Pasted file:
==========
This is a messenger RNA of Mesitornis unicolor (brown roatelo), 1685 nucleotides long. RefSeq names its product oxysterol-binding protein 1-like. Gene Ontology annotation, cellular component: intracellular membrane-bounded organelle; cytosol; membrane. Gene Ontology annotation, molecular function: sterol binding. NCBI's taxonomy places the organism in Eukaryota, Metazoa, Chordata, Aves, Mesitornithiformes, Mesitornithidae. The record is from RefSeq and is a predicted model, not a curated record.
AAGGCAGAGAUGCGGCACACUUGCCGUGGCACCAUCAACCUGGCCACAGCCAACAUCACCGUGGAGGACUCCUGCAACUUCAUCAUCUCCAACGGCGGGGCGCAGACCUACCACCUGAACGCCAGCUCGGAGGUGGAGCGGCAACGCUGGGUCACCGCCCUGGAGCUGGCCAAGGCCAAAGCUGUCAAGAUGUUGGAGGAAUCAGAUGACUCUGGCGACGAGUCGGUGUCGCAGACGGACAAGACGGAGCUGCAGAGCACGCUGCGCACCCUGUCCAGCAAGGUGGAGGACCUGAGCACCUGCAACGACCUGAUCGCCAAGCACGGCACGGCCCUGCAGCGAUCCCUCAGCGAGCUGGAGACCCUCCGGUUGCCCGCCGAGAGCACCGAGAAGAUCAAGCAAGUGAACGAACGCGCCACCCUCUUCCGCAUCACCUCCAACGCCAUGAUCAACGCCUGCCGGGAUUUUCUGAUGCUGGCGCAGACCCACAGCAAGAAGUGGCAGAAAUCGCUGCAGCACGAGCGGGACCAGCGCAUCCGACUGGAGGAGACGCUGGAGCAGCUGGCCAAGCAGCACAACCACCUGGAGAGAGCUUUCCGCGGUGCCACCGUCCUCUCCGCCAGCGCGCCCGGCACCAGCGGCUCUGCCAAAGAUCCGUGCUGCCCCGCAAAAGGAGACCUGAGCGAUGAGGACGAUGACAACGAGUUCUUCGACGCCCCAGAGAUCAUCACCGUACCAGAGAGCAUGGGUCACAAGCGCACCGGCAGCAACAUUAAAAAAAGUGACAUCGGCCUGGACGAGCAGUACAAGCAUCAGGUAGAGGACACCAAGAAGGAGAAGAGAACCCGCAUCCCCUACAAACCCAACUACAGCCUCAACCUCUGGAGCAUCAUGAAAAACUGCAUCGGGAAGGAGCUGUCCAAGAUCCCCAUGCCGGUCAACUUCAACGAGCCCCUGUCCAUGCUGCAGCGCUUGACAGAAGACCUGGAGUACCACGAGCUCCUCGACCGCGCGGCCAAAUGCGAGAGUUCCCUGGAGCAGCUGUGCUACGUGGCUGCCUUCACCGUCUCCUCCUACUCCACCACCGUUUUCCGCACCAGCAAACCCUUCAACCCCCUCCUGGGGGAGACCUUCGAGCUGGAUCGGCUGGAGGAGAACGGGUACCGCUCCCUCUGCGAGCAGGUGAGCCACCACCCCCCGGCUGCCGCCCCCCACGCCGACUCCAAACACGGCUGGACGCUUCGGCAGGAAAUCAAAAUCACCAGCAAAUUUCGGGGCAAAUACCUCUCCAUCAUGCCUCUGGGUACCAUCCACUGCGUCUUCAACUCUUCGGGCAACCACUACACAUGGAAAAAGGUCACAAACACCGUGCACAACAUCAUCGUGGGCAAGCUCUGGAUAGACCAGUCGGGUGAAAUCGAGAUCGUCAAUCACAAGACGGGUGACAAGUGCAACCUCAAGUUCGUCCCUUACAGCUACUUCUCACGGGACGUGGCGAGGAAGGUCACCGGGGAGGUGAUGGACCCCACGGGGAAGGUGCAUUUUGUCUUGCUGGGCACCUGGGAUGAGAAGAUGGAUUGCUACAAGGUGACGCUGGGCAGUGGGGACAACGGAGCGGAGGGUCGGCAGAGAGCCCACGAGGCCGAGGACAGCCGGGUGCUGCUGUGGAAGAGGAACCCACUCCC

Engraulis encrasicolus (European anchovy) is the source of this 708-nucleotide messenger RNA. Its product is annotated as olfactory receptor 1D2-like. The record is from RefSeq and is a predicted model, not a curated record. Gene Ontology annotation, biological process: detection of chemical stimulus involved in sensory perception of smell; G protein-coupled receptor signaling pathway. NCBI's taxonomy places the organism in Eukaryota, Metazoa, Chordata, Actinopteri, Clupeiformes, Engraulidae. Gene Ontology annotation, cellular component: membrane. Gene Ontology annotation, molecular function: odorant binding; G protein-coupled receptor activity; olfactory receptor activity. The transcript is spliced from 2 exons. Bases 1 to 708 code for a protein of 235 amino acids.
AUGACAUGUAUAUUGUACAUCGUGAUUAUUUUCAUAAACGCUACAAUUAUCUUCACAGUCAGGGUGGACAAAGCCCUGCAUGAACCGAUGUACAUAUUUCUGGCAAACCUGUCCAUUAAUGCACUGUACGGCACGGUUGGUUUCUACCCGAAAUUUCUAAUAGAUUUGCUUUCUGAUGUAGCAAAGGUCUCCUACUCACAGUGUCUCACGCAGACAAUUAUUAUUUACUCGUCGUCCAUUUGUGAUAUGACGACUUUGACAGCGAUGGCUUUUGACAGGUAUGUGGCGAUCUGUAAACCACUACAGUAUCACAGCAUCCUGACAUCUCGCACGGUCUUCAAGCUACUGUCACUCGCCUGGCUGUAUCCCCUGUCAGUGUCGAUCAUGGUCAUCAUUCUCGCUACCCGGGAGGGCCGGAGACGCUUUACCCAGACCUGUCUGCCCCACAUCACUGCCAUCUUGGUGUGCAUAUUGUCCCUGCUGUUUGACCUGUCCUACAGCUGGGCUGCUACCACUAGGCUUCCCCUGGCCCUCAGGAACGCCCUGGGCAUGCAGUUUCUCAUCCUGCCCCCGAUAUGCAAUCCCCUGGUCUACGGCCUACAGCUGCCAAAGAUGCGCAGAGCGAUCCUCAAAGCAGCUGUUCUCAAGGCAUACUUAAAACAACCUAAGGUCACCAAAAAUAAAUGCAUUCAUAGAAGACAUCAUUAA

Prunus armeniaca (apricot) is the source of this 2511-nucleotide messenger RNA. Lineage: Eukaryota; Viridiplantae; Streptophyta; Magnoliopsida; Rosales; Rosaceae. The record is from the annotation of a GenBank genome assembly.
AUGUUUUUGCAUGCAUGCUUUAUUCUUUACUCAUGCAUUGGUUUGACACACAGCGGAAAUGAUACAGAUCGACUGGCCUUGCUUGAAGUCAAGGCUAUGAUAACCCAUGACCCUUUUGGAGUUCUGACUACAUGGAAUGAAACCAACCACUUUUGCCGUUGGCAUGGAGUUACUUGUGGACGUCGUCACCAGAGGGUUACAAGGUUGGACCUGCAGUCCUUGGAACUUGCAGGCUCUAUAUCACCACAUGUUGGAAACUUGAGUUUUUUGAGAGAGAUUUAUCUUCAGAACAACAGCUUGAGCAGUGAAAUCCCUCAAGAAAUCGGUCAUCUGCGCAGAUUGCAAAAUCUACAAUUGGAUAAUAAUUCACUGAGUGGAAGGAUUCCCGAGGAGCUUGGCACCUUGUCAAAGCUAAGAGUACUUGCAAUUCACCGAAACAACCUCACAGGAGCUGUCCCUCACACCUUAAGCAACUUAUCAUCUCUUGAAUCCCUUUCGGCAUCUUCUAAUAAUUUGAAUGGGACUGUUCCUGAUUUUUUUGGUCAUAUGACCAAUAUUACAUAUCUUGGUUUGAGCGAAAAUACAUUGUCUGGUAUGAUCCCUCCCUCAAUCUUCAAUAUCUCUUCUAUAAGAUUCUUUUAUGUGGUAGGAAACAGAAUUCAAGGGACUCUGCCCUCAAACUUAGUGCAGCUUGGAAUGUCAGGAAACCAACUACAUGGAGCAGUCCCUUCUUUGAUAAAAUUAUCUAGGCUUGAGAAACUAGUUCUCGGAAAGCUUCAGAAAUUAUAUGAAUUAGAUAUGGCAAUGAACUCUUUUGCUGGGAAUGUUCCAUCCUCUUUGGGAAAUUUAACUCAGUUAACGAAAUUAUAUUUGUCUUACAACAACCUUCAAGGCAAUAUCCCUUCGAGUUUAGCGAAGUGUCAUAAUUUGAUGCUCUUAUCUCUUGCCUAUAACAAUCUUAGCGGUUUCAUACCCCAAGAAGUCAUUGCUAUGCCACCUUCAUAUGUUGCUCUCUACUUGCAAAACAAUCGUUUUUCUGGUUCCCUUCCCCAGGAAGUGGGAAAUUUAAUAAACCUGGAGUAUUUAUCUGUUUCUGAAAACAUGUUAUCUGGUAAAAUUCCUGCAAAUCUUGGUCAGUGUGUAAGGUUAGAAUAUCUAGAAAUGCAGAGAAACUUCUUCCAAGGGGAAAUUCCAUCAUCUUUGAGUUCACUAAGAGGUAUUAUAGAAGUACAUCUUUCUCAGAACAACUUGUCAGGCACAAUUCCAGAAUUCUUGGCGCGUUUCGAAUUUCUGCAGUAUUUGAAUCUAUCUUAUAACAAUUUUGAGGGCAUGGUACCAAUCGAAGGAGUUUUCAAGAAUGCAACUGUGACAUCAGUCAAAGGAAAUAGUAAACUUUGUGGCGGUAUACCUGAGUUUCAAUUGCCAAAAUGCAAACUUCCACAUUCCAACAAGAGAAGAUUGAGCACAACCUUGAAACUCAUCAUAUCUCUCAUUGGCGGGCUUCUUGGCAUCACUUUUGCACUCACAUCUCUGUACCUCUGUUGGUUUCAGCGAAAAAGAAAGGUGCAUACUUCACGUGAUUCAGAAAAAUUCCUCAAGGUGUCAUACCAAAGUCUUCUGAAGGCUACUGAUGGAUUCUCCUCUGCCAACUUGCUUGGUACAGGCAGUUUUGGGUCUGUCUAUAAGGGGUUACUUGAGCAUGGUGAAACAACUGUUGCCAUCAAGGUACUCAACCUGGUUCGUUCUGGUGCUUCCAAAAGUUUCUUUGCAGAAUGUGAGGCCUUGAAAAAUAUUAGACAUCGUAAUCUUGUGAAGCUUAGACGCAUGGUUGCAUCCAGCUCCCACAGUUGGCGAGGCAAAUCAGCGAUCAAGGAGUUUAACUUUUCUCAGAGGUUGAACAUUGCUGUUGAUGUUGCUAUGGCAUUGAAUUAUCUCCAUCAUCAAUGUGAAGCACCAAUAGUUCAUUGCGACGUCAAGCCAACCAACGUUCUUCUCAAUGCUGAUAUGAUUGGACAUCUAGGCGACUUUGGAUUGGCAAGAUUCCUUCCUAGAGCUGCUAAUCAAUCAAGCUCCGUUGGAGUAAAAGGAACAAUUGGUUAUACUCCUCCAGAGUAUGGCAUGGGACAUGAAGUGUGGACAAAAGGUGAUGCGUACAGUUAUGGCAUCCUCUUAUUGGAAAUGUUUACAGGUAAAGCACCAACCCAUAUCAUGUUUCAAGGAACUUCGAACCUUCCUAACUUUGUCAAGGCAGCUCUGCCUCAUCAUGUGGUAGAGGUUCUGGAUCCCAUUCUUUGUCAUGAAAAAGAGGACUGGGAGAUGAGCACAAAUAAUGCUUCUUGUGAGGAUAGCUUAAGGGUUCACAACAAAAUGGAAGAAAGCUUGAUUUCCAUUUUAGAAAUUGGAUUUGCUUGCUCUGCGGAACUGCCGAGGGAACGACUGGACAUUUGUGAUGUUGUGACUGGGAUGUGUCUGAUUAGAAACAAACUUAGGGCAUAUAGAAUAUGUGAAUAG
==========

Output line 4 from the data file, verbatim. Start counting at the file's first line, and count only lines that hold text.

AUGACAUGUAUAUUGUACAUCGUGAUUAUUUUCAUAAACGCUACAAUUAUCUUCACAGUCAGGGUGGACAAAGCCCUGCAUGAACCGAUGUACAUAUUUCUGGCAAACCUGUCCAUUAAUGCACUGUACGGCACGGUUGGUUUCUACCCGAAAUUUCUAAUAGAUUUGCUUUCUGAUGUAGCAAAGGUCUCCUACUCACAGUGUCUCACGCAGACAAUUAUUAUUUACUCGUCGUCCAUUUGUGAUAUGACGACUUUGACAGCGAUGGCUUUUGACAGGUAUGUGGCGAUCUGUAAACCACUACAGUAUCACAGCAUCCUGACAUCUCGCACGGUCUUCAAGCUACUGUCACUCGCCUGGCUGUAUCCCCUGUCAGUGUCGAUCAUGGUCAUCAUUCUCGCUACCCGGGAGGGCCGGAGACGCUUUACCCAGACCUGUCUGCCCCACAUCACUGCCAUCUUGGUGUGCAUAUUGUCCCUGCUGUUUGACCUGUCCUACAGCUGGGCUGCUACCACUAGGCUUCCCCUGGCCCUCAGGAACGCCCUGGGCAUGCAGUUUCUCAUCCUGCCCCCGAUAUGCAAUCCCCUGGUCUACGGCCUACAGCUGCCAAAGAUGCGCAGAGCGAUCCUCAAAGCAGCUGUUCUCAAGGCAUACUUAAAACAACCUAAGGUCACCAAAAAUAAAUGCAUUCAUAGAAGACAUCAUUAA